As the dynamic capital of the Pomorskie province, Gdańsk offers an enticing contrast of rich history and attractive modernity. Packed with cultural and leisure options, and together with Gdynia and Sopot, forming what’s known as the TriCity, this vibrant port city stands proudly beside the Baltic Sea, offering something for everyone and a fair few surprises as well…

Basic information
262 km²
582 205 (2017)

A City of Freedom and Solidarity

With a tradition spanning over 1,000 years, Poland’s maritime capital and one of the largest ports on the Baltic Sea is today a unique metropolis that has always been characterised by a spirit of freedom and courage. Gdańsk’s motto, the Latin saying Nec temere, nec timide, perfectly expresses the character of this former Hanseatic city; a timeless maxim that we would all do well to follow. Translated into English, it means simply: “neither rashly nor timidly”.

In the aptly named Solidarity Square, three solemn 42-metre-high crosses tower overhead with anchors attached to them. This striking Monument to the Fallen Shipyard Workers of 1970 stands right next to the European Solidarity Centre, an interactive museum recounting the Polish people’s aspirations to freedom. Theirs is a fascinating story about the long, hard fight against the communist regime, about the many sacrifices made by nations imprisoned behind the Iron Curtain and above all, about hope. Ultimately, it’s a story about their greatest victory; one that forever changed the history of Poland and, in fact, the whole world.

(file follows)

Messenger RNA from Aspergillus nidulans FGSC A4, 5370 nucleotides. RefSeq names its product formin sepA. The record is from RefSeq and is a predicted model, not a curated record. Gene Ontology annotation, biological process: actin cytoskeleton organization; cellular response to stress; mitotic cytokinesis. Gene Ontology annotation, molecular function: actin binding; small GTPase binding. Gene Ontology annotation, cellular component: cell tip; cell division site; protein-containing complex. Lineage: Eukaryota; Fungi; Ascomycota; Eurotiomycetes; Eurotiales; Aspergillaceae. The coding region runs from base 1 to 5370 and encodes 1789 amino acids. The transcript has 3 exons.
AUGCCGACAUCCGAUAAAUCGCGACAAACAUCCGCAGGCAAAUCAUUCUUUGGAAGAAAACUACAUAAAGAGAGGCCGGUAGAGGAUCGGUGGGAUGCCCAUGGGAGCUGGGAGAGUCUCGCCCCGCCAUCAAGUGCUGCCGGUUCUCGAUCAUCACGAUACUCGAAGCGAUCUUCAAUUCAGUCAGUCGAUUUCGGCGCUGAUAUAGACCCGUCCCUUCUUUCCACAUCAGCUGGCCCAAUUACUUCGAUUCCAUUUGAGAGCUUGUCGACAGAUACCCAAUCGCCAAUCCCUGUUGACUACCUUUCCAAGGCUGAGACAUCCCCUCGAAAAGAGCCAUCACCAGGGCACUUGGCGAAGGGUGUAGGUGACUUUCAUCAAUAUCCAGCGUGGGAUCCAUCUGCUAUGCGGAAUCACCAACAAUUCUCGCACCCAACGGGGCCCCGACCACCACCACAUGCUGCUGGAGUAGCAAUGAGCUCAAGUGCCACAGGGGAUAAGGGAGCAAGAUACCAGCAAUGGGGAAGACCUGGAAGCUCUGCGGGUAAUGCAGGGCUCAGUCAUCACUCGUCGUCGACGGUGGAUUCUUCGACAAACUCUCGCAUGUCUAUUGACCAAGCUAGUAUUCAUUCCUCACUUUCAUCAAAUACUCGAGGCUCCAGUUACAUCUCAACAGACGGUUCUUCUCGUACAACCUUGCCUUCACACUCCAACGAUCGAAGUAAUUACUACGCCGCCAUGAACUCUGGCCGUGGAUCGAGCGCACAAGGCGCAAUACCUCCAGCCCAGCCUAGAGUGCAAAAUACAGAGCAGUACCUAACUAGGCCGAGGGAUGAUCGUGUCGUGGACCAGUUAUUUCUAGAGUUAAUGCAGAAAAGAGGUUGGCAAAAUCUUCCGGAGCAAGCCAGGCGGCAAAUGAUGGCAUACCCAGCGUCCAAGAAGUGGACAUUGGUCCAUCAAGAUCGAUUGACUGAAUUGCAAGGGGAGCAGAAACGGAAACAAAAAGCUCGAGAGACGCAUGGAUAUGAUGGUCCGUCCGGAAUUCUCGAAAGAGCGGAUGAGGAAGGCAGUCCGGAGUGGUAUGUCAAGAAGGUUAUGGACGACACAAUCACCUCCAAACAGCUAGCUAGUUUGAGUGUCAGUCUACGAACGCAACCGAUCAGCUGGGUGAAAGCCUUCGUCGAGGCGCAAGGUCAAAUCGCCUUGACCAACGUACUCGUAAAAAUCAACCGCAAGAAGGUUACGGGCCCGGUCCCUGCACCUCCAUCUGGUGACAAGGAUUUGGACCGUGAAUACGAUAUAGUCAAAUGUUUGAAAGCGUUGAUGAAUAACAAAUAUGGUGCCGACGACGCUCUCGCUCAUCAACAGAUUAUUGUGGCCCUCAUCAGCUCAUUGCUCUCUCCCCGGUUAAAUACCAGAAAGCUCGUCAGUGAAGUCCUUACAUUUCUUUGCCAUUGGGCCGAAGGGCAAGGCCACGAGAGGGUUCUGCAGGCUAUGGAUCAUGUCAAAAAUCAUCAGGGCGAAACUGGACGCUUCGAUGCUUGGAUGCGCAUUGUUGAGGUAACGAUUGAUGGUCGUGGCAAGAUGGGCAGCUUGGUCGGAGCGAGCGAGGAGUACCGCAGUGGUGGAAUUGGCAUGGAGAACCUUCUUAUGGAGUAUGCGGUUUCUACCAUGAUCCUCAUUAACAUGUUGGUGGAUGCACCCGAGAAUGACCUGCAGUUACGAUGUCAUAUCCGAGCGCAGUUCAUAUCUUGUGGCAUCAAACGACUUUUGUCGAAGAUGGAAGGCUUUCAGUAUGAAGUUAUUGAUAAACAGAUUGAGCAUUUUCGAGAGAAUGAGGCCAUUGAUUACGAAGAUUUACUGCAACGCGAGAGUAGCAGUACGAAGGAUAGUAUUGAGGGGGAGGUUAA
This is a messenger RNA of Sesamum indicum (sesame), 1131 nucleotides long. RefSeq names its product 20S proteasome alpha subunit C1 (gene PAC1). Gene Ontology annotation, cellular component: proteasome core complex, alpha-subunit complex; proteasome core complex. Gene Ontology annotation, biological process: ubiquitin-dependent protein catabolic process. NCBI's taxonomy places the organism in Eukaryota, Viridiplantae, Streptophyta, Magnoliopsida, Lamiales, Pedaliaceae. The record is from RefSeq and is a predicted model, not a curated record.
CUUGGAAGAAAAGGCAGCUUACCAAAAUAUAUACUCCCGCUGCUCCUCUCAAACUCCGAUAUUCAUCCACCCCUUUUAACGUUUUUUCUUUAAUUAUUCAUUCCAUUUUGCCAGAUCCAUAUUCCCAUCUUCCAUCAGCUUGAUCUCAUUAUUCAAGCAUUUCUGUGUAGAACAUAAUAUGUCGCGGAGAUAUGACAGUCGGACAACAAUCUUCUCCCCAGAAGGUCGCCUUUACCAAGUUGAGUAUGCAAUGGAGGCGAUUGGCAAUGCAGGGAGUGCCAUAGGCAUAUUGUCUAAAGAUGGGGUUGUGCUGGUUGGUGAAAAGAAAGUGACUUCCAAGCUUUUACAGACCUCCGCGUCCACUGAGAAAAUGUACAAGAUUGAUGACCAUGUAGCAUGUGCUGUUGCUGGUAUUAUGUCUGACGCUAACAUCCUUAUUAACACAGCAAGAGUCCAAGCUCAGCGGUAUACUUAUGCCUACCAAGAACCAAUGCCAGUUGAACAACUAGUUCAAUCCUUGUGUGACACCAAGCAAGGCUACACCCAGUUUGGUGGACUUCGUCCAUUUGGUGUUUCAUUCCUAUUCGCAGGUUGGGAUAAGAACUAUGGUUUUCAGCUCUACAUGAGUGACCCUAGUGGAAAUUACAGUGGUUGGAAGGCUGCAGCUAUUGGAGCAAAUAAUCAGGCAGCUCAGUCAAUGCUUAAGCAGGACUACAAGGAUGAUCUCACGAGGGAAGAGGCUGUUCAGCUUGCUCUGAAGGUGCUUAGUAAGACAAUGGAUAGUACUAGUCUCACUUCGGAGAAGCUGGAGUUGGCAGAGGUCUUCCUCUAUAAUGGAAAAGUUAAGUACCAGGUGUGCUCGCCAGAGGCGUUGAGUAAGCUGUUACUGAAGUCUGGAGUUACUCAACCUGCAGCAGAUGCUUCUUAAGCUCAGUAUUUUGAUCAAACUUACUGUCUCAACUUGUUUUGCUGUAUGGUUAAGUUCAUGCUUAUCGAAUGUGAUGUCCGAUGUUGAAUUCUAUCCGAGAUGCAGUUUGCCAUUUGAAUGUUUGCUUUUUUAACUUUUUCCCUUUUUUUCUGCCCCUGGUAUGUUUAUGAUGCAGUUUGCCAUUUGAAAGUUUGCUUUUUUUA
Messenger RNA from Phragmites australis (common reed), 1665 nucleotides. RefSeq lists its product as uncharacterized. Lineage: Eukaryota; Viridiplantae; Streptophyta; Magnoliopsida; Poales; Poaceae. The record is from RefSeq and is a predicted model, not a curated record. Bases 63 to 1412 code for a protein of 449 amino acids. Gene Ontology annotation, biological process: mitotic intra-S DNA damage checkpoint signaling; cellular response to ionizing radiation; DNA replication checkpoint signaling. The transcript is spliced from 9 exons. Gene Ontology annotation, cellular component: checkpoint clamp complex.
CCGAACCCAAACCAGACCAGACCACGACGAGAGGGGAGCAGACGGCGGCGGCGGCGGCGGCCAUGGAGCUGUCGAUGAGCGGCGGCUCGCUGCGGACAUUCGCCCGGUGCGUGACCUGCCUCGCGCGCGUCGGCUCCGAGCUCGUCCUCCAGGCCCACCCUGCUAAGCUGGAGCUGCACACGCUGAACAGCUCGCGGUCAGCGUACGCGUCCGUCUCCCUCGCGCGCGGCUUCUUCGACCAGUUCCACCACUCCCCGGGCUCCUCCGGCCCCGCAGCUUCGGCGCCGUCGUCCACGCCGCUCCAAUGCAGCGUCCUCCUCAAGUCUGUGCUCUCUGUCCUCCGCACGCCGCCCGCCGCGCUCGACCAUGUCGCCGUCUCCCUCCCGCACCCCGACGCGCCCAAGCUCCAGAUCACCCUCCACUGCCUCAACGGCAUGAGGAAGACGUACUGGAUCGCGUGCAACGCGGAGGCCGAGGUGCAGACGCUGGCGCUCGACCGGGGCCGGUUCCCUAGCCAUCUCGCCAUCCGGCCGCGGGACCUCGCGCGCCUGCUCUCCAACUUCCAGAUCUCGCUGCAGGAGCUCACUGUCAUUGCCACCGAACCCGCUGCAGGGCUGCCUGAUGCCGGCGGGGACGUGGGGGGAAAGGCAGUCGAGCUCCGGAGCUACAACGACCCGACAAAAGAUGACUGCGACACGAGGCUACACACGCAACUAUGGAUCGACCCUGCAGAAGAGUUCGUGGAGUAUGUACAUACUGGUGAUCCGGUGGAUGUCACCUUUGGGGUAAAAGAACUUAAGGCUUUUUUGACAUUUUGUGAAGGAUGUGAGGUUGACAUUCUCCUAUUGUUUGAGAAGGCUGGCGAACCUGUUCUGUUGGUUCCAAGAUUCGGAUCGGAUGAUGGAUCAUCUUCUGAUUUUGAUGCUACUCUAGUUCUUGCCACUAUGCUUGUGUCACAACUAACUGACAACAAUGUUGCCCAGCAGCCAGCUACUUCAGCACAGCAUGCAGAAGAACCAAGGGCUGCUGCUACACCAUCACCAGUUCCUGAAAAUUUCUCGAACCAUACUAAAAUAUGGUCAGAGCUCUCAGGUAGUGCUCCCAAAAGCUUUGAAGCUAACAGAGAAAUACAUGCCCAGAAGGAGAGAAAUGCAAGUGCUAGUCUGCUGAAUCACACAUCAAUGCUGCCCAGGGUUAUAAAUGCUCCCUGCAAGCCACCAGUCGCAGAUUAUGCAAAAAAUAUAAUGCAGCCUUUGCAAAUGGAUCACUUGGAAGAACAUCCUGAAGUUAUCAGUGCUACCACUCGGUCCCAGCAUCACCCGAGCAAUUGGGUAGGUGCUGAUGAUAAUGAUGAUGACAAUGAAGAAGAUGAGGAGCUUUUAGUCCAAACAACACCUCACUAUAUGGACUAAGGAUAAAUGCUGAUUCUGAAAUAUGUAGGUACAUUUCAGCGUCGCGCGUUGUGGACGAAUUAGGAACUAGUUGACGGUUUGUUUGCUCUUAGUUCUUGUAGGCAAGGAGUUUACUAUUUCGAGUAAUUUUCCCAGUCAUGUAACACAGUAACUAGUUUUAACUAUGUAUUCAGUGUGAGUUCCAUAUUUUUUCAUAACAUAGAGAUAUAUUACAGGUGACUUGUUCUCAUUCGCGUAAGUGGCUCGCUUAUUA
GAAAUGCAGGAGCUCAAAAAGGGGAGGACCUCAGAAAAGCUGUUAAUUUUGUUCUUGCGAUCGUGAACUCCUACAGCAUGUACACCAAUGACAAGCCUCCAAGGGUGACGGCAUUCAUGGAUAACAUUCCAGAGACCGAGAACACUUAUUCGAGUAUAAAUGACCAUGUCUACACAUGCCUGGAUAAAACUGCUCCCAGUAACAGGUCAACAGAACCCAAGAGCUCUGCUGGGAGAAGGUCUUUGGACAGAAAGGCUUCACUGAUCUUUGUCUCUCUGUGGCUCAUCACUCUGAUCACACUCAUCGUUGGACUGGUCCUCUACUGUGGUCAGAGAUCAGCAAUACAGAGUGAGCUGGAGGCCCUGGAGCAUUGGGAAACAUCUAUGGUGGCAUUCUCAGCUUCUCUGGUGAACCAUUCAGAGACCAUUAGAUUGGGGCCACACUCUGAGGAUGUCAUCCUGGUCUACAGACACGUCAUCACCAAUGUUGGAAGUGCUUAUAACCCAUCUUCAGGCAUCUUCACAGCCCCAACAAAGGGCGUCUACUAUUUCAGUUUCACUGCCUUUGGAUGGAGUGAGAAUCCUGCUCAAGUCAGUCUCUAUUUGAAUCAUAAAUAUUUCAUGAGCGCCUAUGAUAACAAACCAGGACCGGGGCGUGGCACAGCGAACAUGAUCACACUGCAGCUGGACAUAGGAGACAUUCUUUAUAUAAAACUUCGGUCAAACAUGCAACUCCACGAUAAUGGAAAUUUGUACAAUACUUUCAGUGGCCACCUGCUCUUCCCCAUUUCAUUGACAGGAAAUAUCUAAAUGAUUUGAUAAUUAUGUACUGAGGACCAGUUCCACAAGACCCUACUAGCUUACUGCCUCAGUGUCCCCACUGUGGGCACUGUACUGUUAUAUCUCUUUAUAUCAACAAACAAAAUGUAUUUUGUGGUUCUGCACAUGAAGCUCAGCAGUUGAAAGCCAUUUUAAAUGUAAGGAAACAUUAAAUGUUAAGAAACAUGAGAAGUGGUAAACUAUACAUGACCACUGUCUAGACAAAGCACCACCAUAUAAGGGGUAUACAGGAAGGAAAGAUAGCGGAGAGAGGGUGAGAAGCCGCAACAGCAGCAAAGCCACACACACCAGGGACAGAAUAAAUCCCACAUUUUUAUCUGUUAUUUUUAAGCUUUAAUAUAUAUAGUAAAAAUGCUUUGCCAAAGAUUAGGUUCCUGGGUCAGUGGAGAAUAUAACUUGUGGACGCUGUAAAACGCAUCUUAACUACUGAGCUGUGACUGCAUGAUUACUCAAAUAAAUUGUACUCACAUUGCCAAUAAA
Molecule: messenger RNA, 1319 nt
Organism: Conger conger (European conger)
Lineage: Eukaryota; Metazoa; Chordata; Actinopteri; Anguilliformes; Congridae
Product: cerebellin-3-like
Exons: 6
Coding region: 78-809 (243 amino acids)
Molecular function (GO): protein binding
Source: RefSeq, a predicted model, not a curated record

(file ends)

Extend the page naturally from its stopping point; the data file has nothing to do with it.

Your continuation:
Right next door in the Gdańsk Shipyard, was where, in August 1980, the famous strike began that “set Poland on fire” and forced the communist authorities to make numerous concessions, including the legalisation of the Solidarity Trade Union. Gdańsk’s residents have always been courageous, have always valued their independence and, justifiably, have remained fiercely proud of their city.

One of the more recent additions to Gdańsk’s already broad educational and tourist offering is the unmistakably modern Museum of the Second World War, home to one of the biggest exhibitions on Earth related to that world-changing conflict. Situated some 14 metres underground its enormous slanted entrance, the main exhibition shows the horrors of war from many different nations’ viewpoints, as well as telling the story of the heroes of Westerplatte and the Polish Post in Gdańsk, who were the first to offer heroic resistance to the Nazi invaders.

An Old Town Straight out of a Storybook

Anyone arriving in Gdańsk inevitably gravitates towards the Main Town, the city’s most historical, most popular and most important destination for locals and tourists alike. Here is where multilingual crowds of all ages take in the views across the extremely popular River Motława, as tourist boats sail past. The riverside is also dotted with tenements, including a restored Granary Island. Here you’ll find perhaps the most iconic building in the city: The Crane – the largest port crane in the whole of Europe during the Middle Ages and today part of an interesting museum.

If the Main Town as a whole can be considered picturesque, the Royal Way looks like it’s straight out of a storybook: a colourful, exquisite, vibrant promenade bursting with life and character. It officially starts from the Golden Gate, through which the city was triumphantly entered in the past before proceeding along Długa (Long) Street and onto Long Market. You can also enter at the other end through the confusingly named Green Gate – which is neither green, nor really a gate, although its Dutch-Mannerism style design is undeniably spectacular. Positively begging to be posted on Instagram, the Royal Way is composed of a few dozen tenement houses that were meticulously restored after the war. The ground floors of the buildings are home to a variety of characterful and cosy venues, including children’s favourite: the Ciu Ciu handmade sweets “factory” in Długa Street.